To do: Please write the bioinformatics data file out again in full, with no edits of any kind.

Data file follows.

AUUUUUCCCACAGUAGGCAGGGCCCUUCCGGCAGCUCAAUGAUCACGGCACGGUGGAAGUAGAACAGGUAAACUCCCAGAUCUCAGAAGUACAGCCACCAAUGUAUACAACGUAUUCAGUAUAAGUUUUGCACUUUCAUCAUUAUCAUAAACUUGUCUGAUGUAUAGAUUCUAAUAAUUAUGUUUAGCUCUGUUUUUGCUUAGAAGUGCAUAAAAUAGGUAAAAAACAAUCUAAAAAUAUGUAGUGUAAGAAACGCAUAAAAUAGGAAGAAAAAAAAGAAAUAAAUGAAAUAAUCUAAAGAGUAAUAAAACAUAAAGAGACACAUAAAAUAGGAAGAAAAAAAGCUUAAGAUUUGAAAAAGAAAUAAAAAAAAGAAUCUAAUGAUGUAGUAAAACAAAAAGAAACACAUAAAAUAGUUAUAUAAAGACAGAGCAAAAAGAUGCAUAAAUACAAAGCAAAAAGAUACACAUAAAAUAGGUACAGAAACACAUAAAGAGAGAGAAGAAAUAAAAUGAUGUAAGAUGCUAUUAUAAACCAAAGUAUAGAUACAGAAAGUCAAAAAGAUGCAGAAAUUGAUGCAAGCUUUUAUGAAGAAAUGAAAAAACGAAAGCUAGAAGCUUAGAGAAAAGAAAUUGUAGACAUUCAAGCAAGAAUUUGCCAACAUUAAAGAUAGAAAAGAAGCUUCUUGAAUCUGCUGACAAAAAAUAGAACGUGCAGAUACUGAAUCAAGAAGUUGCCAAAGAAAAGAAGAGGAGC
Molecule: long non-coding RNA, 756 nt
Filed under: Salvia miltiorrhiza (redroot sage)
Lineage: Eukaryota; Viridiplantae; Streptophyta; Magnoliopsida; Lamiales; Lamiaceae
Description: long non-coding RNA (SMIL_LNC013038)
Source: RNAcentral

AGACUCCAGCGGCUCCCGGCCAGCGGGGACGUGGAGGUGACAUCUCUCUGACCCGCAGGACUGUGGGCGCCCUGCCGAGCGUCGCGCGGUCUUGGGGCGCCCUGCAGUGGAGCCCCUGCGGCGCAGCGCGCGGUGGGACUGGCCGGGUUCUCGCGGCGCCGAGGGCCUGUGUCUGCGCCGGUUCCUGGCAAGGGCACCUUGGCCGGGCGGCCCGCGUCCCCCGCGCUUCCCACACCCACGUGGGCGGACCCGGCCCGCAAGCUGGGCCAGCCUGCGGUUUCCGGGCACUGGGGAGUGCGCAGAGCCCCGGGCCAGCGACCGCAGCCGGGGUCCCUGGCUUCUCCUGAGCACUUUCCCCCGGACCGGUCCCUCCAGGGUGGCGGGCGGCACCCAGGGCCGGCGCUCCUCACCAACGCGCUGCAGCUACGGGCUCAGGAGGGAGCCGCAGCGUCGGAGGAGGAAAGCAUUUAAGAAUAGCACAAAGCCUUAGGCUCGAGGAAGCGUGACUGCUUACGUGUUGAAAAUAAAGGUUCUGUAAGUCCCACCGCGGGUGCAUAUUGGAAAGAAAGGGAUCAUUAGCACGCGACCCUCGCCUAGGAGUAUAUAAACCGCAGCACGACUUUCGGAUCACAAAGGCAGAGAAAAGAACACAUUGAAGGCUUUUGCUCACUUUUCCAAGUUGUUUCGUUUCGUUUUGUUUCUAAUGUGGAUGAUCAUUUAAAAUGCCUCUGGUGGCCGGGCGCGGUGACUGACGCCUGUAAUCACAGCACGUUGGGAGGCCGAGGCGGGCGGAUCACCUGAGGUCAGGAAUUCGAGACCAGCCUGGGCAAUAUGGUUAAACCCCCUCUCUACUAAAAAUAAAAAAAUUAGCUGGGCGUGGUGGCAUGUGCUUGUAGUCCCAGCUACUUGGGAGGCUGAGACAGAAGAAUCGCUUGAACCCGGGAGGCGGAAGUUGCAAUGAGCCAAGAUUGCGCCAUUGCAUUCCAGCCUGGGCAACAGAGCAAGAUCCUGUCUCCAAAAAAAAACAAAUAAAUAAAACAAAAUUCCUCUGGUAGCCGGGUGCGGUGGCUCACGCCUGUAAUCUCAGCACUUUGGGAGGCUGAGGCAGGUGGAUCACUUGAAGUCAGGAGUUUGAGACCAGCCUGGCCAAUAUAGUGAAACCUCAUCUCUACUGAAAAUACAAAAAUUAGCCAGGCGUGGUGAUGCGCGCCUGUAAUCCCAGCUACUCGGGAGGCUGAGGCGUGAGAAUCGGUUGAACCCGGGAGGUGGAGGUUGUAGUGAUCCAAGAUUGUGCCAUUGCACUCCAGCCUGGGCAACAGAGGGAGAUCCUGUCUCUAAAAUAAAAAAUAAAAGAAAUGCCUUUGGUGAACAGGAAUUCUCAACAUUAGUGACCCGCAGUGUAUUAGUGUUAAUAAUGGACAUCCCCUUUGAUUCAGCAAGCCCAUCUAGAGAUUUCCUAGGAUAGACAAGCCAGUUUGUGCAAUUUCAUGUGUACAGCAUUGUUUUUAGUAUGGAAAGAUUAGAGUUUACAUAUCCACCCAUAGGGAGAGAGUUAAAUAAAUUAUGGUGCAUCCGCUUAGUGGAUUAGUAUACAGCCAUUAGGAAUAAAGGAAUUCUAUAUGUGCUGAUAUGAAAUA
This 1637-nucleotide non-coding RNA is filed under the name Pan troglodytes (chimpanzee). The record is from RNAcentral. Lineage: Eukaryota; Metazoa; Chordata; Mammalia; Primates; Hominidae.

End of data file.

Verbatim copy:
AUUUUUCCCACAGUAGGCAGGGCCCUUCCGGCAGCUCAAUGAUCACGGCACGGUGGAAGUAGAACAGGUAAACUCCCAGAUCUCAGAAGUACAGCCACCAAUGUAUACAACGUAUUCAGUAUAAGUUUUGCACUUUCAUCAUUAUCAUAAACUUGUCUGAUGUAUAGAUUCUAAUAAUUAUGUUUAGCUCUGUUUUUGCUUAGAAGUGCAUAAAAUAGGUAAAAAACAAUCUAAAAAUAUGUAGUGUAAGAAACGCAUAAAAUAGGAAGAAAAAAAAGAAAUAAAUGAAAUAAUCUAAAGAGUAAUAAAACAUAAAGAGACACAUAAAAUAGGAAGAAAAAAAGCUUAAGAUUUGAAAAAGAAAUAAAAAAAAGAAUCUAAUGAUGUAGUAAAACAAAAAGAAACACAUAAAAUAGUUAUAUAAAGACAGAGCAAAAAGAUGCAUAAAUACAAAGCAAAAAGAUACACAUAAAAUAGGUACAGAAACACAUAAAGAGAGAGAAGAAAUAAAAUGAUGUAAGAUGCUAUUAUAAACCAAAGUAUAGAUACAGAAAGUCAAAAAGAUGCAGAAAUUGAUGCAAGCUUUUAUGAAGAAAUGAAAAAACGAAAGCUAGAAGCUUAGAGAAAAGAAAUUGUAGACAUUCAAGCAAGAAUUUGCCAACAUUAAAGAUAGAAAAGAAGCUUCUUGAAUCUGCUGACAAAAAAUAGAACGUGCAGAUACUGAAUCAAGAAGUUGCCAAAGAAAAGAAGAGGAGC
Molecule: long non-coding RNA, 756 nt
Filed under: Salvia miltiorrhiza (redroot sage)
Lineage: Eukaryota; Viridiplantae; Streptophyta; Magnoliopsida; Lamiales; Lamiaceae
Description: long non-coding RNA (SMIL_LNC013038)
Source: RNAcentral

AGACUCCAGCGGCUCCCGGCCAGCGGGGACGUGGAGGUGACAUCUCUCUGACCCGCAGGACUGUGGGCGCCCUGCCGAGCGUCGCGCGGUCUUGGGGCGCCCUGCAGUGGAGCCCCUGCGGCGCAGCGCGCGGUGGGACUGGCCGGGUUCUCGCGGCGCCGAGGGCCUGUGUCUGCGCCGGUUCCUGGCAAGGGCACCUUGGCCGGGCGGCCCGCGUCCCCCGCGCUUCCCACACCCACGUGGGCGGACCCGGCCCGCAAGCUGGGCCAGCCUGCGGUUUCCGGGCACUGGGGAGUGCGCAGAGCCCCGGGCCAGCGACCGCAGCCGGGGUCCCUGGCUUCUCCUGAGCACUUUCCCCCGGACCGGUCCCUCCAGGGUGGCGGGCGGCACCCAGGGCCGGCGCUCCUCACCAACGCGCUGCAGCUACGGGCUCAGGAGGGAGCCGCAGCGUCGGAGGAGGAAAGCAUUUAAGAAUAGCACAAAGCCUUAGGCUCGAGGAAGCGUGACUGCUUACGUGUUGAAAAUAAAGGUUCUGUAAGUCCCACCGCGGGUGCAUAUUGGAAAGAAAGGGAUCAUUAGCACGCGACCCUCGCCUAGGAGUAUAUAAACCGCAGCACGACUUUCGGAUCACAAAGGCAGAGAAAAGAACACAUUGAAGGCUUUUGCUCACUUUUCCAAGUUGUUUCGUUUCGUUUUGUUUCUAAUGUGGAUGAUCAUUUAAAAUGCCUCUGGUGGCCGGGCGCGGUGACUGACGCCUGUAAUCACAGCACGUUGGGAGGCCGAGGCGGGCGGAUCACCUGAGGUCAGGAAUUCGAGACCAGCCUGGGCAAUAUGGUUAAACCCCCUCUCUACUAAAAAUAAAAAAAUUAGCUGGGCGUGGUGGCAUGUGCUUGUAGUCCCAGCUACUUGGGAGGCUGAGACAGAAGAAUCGCUUGAACCCGGGAGGCGGAAGUUGCAAUGAGCCAAGAUUGCGCCAUUGCAUUCCAGCCUGGGCAACAGAGCAAGAUCCUGUCUCCAAAAAAAAACAAAUAAAUAAAACAAAAUUCCUCUGGUAGCCGGGUGCGGUGGCUCACGCCUGUAAUCUCAGCACUUUGGGAGGCUGAGGCAGGUGGAUCACUUGAAGUCAGGAGUUUGAGACCAGCCUGGCCAAUAUAGUGAAACCUCAUCUCUACUGAAAAUACAAAAAUUAGCCAGGCGUGGUGAUGCGCGCCUGUAAUCCCAGCUACUCGGGAGGCUGAGGCGUGAGAAUCGGUUGAACCCGGGAGGUGGAGGUUGUAGUGAUCCAAGAUUGUGCCAUUGCACUCCAGCCUGGGCAACAGAGGGAGAUCCUGUCUCUAAAAUAAAAAAUAAAAGAAAUGCCUUUGGUGAACAGGAAUUCUCAACAUUAGUGACCCGCAGUGUAUUAGUGUUAAUAAUGGACAUCCCCUUUGAUUCAGCAAGCCCAUCUAGAGAUUUCCUAGGAUAGACAAGCCAGUUUGUGCAAUUUCAUGUGUACAGCAUUGUUUUUAGUAUGGAAAGAUUAGAGUUUACAUAUCCACCCAUAGGGAGAGAGUUAAAUAAAUUAUGGUGCAUCCGCUUAGUGGAUUAGUAUACAGCCAUUAGGAAUAAAGGAAUUCUAUAUGUGCUGAUAUGAAAUA
This 1637-nucleotide non-coding RNA is filed under the name Pan troglodytes (chimpanzee). The record is from RNAcentral. Lineage: Eukaryota; Metazoa; Chordata; Mammalia; Primates; Hominidae.